By Tony Attwood
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As anyone who has bothered to ask me knows, when it comes to religion I am a Pastafarian a group that I have loved since I first read about them in New Scientist about 15 years ago. (I first mentioned them here in 2008, and a quick search suggests I’ve only mentioned the cult three times since, so I’m not really forcing it down readers’ throats by adding one more reference).
But that preference for making fun of religions doesn’t stop me appreciating the right of Mesut Özil to express his view over the treatment of the Uighurs by the government of China. Nor does it stop me worrying about the way Arsenal seem (along with much of the rest of football) to want to sell themselves to anyone with money.
I am far from happy about Arsenal’s association with Rwanda which has a record of “arbitrary detention, ill-treatment and torture.” Nor with any engagement with Qatar of which I have written on numerous occasions on this site. In fact there are all sorts of things and places that I don’t like, and places I choose not to go, and from time to time I have probably mentioned most of them here.
Arsenal on the other hand seems to want to deal with any government it can find. China, Rwanda and probably quite a few more, and of course lots of Arsenal players will quite happily engage in the forthcoming world cup secure in the lack of knowledge about how many workmen and women, died or were maimed on the construction sites.
And we’re all used to this: supporting a club that is a money-making machine first and foremost, and a place that cares about human rights, well, not too much at all. And no I am not saying that Arsenal should not do deals in China.
But I am, along with a few other people, pretty fed up that such an amoral club as the club I (for historic family reasons) support, comes out with a statement that says, “Arsenal has always adhered to the principle of not involving itself in politics” as if it were a good thing. “We turn our back on morality in order to make money” is probably a better way of putting it.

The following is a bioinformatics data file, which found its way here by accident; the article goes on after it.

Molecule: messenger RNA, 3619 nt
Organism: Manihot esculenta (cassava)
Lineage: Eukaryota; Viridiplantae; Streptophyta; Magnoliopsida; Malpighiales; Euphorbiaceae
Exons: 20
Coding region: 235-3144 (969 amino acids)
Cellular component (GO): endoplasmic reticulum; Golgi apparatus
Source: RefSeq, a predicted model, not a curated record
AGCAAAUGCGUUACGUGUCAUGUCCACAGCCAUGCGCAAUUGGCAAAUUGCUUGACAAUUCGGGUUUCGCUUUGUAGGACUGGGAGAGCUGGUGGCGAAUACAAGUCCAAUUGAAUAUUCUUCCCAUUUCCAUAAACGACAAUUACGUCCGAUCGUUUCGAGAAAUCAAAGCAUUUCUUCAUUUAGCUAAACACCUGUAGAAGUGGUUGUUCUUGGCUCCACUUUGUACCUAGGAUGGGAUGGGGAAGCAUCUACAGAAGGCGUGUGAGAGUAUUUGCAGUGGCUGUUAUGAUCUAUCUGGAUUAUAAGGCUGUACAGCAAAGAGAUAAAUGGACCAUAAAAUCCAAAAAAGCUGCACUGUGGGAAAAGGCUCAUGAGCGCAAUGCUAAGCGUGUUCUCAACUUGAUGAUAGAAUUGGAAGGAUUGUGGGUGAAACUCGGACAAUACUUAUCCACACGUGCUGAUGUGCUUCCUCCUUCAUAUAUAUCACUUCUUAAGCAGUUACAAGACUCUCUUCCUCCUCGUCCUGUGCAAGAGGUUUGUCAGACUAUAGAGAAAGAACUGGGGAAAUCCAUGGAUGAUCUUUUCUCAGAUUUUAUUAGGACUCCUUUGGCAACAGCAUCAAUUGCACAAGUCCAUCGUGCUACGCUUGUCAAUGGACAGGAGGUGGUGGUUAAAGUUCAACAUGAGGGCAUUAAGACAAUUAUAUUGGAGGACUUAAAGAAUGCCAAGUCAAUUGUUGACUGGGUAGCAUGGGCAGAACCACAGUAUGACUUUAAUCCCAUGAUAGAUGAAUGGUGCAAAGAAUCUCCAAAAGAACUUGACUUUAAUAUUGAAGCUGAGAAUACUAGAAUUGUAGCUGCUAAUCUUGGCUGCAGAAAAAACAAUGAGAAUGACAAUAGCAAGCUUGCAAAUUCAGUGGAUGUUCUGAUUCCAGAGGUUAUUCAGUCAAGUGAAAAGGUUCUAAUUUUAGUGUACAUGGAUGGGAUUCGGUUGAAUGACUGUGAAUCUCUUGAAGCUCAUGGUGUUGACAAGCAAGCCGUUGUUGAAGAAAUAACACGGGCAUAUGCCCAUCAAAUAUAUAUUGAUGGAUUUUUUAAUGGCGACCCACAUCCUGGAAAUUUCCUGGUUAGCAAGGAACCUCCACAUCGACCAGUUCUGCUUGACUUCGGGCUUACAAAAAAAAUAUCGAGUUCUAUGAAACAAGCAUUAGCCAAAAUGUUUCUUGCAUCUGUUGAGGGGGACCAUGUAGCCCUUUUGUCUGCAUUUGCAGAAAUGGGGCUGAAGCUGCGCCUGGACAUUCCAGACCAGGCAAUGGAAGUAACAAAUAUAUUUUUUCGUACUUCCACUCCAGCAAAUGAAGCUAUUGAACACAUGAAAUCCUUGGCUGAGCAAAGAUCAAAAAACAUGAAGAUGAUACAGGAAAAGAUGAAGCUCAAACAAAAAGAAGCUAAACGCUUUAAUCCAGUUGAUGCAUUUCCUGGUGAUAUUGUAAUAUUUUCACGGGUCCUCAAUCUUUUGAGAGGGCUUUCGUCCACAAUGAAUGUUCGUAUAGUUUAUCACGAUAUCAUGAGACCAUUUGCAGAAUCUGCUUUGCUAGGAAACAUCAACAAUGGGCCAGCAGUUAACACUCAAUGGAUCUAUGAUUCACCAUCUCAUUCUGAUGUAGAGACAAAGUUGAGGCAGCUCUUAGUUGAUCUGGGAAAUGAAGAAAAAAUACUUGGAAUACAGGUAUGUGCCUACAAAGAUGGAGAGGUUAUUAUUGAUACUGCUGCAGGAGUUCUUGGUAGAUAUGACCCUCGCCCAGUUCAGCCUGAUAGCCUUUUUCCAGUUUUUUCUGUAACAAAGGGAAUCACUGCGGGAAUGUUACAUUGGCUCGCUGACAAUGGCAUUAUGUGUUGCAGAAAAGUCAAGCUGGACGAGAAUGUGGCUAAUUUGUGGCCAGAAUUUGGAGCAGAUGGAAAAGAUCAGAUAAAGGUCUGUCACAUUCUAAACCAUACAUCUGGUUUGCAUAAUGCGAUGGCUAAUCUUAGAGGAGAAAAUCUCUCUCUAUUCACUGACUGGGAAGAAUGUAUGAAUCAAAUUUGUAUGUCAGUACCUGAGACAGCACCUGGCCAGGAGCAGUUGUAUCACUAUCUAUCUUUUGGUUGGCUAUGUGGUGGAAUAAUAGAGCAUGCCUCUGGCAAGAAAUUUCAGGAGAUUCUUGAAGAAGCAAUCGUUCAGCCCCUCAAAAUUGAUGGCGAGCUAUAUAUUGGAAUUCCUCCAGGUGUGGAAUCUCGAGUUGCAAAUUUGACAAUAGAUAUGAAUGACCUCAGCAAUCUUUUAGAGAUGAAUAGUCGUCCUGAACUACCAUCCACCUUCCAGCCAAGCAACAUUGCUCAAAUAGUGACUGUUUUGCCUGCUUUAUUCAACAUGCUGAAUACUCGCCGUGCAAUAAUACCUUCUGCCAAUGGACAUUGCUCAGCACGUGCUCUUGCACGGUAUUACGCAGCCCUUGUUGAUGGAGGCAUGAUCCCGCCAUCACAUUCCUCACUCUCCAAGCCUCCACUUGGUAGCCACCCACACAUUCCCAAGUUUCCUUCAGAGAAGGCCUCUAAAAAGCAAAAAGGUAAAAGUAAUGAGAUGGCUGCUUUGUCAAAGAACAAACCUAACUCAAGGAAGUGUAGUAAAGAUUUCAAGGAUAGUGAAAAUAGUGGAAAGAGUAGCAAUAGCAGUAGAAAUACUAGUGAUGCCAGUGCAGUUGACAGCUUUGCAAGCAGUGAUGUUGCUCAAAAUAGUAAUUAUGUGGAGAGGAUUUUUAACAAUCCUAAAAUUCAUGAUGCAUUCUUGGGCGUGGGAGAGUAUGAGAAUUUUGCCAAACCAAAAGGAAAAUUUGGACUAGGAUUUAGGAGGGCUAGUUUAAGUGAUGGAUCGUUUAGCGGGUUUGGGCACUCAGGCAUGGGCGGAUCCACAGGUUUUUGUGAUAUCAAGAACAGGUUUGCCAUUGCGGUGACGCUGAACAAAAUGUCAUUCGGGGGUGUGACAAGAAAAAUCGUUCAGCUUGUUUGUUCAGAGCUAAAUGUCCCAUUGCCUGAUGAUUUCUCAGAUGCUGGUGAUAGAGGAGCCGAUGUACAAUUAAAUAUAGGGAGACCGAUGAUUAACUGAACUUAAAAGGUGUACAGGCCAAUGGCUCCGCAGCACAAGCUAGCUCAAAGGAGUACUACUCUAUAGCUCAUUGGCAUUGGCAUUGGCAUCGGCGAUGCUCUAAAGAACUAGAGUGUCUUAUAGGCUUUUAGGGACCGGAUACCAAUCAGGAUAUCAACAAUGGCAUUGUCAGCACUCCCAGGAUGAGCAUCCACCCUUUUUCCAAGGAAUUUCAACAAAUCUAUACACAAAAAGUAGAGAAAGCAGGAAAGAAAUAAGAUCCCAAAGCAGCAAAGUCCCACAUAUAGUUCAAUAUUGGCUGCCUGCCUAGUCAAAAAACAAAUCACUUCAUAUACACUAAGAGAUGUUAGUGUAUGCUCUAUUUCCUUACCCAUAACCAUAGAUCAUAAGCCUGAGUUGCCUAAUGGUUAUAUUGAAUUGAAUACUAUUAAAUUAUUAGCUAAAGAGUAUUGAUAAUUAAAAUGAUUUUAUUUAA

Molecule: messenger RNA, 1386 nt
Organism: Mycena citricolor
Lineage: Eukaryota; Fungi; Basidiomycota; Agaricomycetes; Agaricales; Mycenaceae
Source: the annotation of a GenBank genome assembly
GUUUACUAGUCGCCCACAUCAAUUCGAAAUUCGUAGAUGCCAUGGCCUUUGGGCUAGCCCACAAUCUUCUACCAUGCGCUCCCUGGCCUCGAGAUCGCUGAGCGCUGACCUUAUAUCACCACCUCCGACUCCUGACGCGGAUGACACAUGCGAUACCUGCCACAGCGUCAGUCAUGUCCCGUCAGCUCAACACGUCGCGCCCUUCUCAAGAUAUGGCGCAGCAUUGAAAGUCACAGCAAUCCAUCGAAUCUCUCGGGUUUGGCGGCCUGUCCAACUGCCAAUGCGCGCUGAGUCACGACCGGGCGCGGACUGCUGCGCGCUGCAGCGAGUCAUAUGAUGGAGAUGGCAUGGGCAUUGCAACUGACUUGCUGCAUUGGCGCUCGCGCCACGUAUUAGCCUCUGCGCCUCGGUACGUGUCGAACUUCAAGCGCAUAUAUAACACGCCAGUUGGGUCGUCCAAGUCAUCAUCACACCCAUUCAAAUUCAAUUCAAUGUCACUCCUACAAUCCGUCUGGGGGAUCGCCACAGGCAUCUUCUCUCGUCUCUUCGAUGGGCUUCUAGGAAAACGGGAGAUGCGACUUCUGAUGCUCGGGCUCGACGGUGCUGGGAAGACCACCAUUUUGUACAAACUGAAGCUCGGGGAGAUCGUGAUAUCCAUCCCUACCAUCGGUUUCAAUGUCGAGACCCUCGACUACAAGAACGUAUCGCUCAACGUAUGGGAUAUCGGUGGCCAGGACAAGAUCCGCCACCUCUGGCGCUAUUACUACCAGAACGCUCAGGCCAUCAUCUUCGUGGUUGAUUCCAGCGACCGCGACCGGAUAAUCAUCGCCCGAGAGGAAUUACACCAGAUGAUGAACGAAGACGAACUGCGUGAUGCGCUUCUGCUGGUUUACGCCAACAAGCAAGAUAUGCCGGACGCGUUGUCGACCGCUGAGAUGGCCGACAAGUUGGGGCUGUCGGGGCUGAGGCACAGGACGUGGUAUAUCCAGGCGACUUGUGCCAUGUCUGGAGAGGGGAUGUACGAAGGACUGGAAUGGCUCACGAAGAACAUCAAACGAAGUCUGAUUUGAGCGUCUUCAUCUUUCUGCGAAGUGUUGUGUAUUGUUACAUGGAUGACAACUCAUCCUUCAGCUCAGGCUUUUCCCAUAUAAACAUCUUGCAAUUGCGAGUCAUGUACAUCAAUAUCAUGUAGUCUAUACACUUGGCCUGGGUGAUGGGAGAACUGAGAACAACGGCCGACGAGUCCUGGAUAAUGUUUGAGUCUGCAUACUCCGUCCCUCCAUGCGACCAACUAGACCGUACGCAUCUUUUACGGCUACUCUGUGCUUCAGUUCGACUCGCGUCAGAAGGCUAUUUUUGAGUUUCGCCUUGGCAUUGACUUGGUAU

However this is not a simple issue that can be dealt with in one quick apology to the Chinese state and a faster transfer out of the club than Mesut might have otherwise got, because Arsenal is not the only club kowtowing to dictators worldwide, as long as they can pay.
As the Guardian’s article on the topic reminds us, the general manager of the Houston Rockets showed support for democracy protesters in Hong Kong. In that case the Chinese government then demanded that the general manager be sacked while they removed coverage of the NBA from Chinese TV.
The club then told the Chinese government that American values travelled with the league wherever it went. And one of those values is freedom expression. Although perhaps not for Arsenal.
Players are people who have and are of course fully entitled to have, opinions. If the deal is now that they have to give up the expression of their opinions when they enter Arsenal, that stops us being a football club based in a western democracy. It means Héctor Bellerín can’t talk about his friendship with and support of Jeremy Corbyn. And after that – do they take away my season ticket because I’m also an active Labour Party supporter?
I don’t support Mesut Özil’s promotion of a religion, because I think religions reduce the chances of freedom of thought – but that’s my view, and thankfully in the UK I am at liberty to express that.
Personally I would also love Arsenal to have a view that stopped them supporting any organisation or country that promotes arbitrary detention, torture and lack of freedom. I thoroughly dislike the policies of my country’s new government, but much more important to me is the freedom that still exists in my country that allows people to have an election, and the freedom of speech which allows me the right to criticise PGMO, the FA and the government which funds them, and have a laugh at the expense of Donald Trump.
The more we allow our sponsors to dictate what we can do, the worst things become – and the thing about doing deals with countries that do not value or even recognise personal freedom is that they will always seek to extend their influence further. And as that happens then the less our club is related to the Royal Arsenal FC that the workers at the Woolwich Arsenal factories set up, and that Henry Norris rescued with the aim of creating a club once more owned by its own fans.
Given our origins, maybe the club could remember that in England where the club was formed, and America, wherein the club is now owned, freedom of expression is key value, and that value travels with the club, always.
Arsenal really need to clean up their act, or come out with a new message appropriate to its new style. “Kowtowing to dictatorships across the world” would seem to do it, and make quite sure that we all know just what sort of mindset now runs Arsenal FC.
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